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Posts Tagged ‘Harry Knazan’

john st. Launches ‘Surrogaid’ for War Child Canada

“What if you could help mother children in war-affected areas? What if you could virtually reach out and literally provide them the warmth of a mother’s hug?” These questions are the genesis of john st.’s new campaign for War Child, which attempts to dupe viewers into believing they can provide virtual motherhood services at the click of a button. The message they recieve — either tat the end of the campaign video (above) or after attempting to provide these services at the campaign website (where the interactive web experience was designed by Jam 3) — is “You can’t donate motherhood. But you can donate money.”

Arriving (obviously) just in time for Mother’s Day, the campaign attempts to raise money and awareness for War Child Canada, a charity helping children in war torn areas, while motherhood is on people’s minds. The campaign includes broadcast, online, radio, and out-of-home components.

“We wanted to make it seem plausible that you could donate the act of motherhood online”, explains Stephen Jurisic, ECD of john st. advertising. “But of course you can’t. Only real mothers in these war-affected countries can provide their children with that.”

James Topham of War Child Canada adds, “We thought this was a fresh way to remind people just how important mothers are to the healthy development of children – particularly in the context of war. And that the best way to support them is still the easiest – by donating money.” Credits after the jump. Read more

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Apollo Studios Faces Blue Christmas without Piano

It will be a blue, piano-less Christmas in Toronto. We’re not sure how you lose a piano exactly, but the folks over at music/sound house Apollo Studios (which was founded in Montreal and also has space in LA) are facing sad times after misplacing theirs.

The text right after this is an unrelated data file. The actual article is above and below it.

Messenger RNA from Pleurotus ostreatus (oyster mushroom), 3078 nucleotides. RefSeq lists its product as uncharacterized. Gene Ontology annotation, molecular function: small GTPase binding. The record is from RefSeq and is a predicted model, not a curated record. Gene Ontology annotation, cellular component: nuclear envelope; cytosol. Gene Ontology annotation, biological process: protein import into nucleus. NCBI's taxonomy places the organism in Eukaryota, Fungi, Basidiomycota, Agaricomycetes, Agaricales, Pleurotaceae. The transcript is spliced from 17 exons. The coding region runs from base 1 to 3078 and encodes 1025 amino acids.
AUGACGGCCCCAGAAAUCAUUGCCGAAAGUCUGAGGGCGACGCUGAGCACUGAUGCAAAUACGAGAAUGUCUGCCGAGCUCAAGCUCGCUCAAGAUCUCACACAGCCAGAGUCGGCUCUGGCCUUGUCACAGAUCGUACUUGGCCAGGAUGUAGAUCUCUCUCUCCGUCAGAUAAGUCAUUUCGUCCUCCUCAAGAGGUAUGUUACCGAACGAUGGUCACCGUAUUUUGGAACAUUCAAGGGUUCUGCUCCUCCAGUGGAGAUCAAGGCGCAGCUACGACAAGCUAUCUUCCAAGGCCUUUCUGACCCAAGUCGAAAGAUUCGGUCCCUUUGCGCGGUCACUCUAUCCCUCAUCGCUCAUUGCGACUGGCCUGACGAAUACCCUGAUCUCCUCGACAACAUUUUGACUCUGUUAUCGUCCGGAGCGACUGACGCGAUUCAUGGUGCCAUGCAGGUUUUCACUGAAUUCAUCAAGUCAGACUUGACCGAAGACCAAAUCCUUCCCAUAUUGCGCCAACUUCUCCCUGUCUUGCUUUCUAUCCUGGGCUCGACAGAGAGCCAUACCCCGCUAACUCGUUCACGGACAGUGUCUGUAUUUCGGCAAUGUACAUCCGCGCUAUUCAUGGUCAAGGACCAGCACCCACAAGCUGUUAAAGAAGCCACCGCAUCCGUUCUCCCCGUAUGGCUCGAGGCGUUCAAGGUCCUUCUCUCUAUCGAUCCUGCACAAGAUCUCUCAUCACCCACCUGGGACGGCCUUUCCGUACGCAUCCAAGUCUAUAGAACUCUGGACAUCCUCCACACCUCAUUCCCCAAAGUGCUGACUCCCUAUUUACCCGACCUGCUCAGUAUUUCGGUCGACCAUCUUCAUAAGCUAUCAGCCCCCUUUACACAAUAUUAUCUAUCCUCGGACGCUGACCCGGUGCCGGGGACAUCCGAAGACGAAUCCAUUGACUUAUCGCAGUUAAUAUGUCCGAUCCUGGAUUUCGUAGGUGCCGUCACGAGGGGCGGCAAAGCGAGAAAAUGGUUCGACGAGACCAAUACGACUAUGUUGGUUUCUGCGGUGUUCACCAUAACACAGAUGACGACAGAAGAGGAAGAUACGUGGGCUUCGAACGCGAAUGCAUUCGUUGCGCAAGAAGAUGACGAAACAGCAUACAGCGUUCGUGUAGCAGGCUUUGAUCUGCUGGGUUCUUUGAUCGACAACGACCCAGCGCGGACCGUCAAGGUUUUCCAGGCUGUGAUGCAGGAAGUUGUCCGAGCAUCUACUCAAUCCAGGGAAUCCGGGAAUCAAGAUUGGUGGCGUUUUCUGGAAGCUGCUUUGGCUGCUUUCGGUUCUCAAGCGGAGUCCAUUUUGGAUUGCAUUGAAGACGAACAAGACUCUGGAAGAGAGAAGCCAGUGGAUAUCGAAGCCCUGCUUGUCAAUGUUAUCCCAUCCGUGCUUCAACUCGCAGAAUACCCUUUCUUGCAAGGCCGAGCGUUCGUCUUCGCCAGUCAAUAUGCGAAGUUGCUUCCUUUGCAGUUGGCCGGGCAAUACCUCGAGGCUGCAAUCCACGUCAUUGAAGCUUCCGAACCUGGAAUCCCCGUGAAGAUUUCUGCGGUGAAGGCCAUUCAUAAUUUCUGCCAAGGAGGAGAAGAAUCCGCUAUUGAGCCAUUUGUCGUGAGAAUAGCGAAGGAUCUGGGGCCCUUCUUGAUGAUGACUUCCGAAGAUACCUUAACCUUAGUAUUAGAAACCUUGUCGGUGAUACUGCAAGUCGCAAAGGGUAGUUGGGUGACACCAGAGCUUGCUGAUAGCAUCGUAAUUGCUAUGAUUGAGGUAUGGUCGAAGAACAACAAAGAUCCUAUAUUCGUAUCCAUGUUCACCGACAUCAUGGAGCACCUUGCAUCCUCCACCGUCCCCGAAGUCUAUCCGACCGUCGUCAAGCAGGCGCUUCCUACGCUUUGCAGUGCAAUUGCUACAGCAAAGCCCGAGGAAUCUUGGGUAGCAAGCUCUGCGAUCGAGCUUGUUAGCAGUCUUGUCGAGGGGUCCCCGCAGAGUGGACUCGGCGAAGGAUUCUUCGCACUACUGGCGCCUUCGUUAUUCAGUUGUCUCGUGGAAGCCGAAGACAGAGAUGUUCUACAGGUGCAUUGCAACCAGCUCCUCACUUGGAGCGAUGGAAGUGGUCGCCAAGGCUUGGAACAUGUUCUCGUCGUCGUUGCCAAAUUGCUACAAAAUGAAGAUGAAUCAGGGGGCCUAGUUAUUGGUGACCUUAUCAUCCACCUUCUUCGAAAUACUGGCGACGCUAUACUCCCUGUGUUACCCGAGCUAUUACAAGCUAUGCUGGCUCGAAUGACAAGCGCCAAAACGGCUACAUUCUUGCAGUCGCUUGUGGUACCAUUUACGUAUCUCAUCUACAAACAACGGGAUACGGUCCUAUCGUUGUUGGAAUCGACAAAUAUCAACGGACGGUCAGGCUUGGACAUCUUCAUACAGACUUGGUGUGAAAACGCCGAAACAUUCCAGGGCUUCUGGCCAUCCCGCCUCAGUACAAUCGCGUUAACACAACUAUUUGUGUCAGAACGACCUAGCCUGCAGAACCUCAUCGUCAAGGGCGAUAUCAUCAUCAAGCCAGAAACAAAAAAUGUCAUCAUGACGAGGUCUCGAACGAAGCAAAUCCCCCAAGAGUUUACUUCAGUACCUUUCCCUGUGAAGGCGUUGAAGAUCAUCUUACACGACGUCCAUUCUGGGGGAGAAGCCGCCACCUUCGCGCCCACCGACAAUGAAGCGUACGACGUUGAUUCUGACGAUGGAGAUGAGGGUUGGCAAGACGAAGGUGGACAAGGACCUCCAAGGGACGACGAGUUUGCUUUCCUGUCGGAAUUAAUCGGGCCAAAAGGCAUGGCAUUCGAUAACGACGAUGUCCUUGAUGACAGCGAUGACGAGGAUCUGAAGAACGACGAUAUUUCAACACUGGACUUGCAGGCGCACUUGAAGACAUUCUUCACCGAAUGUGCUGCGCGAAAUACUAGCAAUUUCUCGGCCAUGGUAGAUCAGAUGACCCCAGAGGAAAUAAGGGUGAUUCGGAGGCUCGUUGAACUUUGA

The above 5:05 mockumentary documents the studio’s beloved, lost piano and the sadness spread in its absence. It opens on Dave Douglass of Anomaly opining that there will be no emotive piano for their spot about “a kitten teaching a puppy to walk again after an accident falling down the stairs chasing a toilet paper roll.” You just can’t get the same kind of emotive, heartfelt track with woodwinds, he complains. Harry Knazan of Apollo can barely hold back the tears reminiscing of the piano’s use in tracks that were “so slow, so sensitive.” Tom Hutch opines that you “can’t replace a piano, just like that, it’s not a machine.”

So the Apollo team gets a forensic team in to look for any clues that can help lead to the piano’s whereabouts or a potential suspect, while other members of the team walk the city putting up fliers for the missing instrument. The team tries a slew of other instruments: harp, horns — but, as Jennifer Cursio puts it, “You can’t replace the piano with anything. Can you picture Elton John with a fucking marimba? It doesn’t work. It just doesn’t work.” The video references “The Marketer’s Anthem,” which we covered last week, and culminates with a smashed ukulele. Who doesn’t love watching a ukulele get smashed?

Apollo’s mockumentary is a nice, lighthearted piece of self-deprecating  humor. It does such a great job taking on the advertising industry’s overuse of piano, we almost wouldn’t be surprised if fewer tracks used the instrument in the coming year — almost. More importantly, it succeeds at being funny. And during one of the most stressful times of the year we could all use a few laughs, right? Good luck finding your piano, Apollo. Godspeed.